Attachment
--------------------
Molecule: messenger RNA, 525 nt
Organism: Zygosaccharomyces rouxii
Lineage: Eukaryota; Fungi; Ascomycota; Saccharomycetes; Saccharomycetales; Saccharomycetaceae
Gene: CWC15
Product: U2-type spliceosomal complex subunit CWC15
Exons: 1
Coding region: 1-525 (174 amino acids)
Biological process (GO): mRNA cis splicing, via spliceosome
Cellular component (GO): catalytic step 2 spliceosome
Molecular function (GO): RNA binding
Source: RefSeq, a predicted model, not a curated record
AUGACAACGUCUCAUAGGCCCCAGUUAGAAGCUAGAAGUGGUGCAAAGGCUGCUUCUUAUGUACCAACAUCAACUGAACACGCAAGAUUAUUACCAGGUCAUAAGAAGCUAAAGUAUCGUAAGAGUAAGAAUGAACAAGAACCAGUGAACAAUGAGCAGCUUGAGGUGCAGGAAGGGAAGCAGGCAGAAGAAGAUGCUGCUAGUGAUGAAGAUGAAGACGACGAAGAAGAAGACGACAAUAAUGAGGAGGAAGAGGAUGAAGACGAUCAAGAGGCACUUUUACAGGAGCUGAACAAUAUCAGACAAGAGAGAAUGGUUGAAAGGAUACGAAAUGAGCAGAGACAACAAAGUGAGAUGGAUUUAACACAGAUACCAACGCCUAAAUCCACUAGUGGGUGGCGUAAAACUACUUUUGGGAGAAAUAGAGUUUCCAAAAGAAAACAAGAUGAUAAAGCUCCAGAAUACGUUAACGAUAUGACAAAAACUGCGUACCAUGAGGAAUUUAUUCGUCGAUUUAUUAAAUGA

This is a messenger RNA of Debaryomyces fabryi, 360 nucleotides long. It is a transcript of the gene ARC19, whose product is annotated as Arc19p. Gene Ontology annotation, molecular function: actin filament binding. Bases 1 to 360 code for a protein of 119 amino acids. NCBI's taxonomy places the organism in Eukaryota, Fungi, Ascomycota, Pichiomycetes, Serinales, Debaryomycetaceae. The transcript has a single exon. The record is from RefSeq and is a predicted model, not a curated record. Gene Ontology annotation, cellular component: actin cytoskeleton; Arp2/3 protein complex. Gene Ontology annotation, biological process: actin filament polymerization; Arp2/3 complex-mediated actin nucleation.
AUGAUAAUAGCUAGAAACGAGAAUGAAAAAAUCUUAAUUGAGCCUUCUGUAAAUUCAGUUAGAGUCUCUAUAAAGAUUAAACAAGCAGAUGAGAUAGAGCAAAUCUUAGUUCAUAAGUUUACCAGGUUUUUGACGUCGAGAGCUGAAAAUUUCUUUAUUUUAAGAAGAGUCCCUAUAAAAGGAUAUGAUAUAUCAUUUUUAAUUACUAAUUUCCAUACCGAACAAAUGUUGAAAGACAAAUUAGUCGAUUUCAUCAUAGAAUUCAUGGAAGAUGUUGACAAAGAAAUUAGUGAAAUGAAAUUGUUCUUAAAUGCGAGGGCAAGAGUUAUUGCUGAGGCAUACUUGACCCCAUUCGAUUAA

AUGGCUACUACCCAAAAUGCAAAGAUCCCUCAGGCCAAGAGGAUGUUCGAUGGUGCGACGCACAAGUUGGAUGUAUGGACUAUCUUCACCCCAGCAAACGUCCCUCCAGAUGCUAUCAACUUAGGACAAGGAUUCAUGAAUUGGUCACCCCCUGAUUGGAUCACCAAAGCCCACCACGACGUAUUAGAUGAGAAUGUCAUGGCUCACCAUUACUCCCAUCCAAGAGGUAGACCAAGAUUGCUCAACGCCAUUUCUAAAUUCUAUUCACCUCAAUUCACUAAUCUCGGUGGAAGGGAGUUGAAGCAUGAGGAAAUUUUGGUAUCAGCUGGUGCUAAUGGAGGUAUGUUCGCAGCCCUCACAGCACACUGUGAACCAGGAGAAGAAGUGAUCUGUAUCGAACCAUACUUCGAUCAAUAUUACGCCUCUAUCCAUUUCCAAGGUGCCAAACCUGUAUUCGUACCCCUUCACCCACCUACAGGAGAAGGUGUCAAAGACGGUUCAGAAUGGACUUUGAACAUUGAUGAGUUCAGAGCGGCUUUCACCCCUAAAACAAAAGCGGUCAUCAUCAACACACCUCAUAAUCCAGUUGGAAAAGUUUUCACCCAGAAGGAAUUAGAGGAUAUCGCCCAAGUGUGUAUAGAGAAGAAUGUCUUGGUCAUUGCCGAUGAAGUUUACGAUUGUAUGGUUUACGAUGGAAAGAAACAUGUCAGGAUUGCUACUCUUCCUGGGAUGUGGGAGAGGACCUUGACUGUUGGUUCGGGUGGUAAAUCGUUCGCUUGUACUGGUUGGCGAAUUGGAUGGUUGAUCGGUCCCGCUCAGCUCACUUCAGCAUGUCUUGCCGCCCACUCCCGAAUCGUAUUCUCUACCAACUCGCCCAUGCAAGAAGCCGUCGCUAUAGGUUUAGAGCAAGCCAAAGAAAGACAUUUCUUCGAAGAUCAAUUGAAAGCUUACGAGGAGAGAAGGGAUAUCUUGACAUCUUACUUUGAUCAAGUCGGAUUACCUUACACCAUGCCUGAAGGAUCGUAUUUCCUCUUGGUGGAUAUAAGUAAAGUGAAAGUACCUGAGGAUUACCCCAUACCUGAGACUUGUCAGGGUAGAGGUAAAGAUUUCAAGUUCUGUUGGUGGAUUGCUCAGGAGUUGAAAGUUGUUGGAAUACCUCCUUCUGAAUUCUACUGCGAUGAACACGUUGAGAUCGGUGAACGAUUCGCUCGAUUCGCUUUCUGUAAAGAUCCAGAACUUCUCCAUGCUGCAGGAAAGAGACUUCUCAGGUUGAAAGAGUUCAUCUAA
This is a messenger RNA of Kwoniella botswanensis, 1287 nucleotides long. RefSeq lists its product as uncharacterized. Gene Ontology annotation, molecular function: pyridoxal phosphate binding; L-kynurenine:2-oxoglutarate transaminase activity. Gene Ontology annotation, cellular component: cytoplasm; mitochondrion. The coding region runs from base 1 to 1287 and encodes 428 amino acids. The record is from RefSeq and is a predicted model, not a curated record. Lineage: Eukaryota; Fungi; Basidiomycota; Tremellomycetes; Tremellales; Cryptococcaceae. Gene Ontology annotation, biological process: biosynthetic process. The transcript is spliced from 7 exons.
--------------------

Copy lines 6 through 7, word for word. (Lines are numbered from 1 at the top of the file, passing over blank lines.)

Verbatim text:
Exons: 1
Coding region: 1-525 (174 amino acids)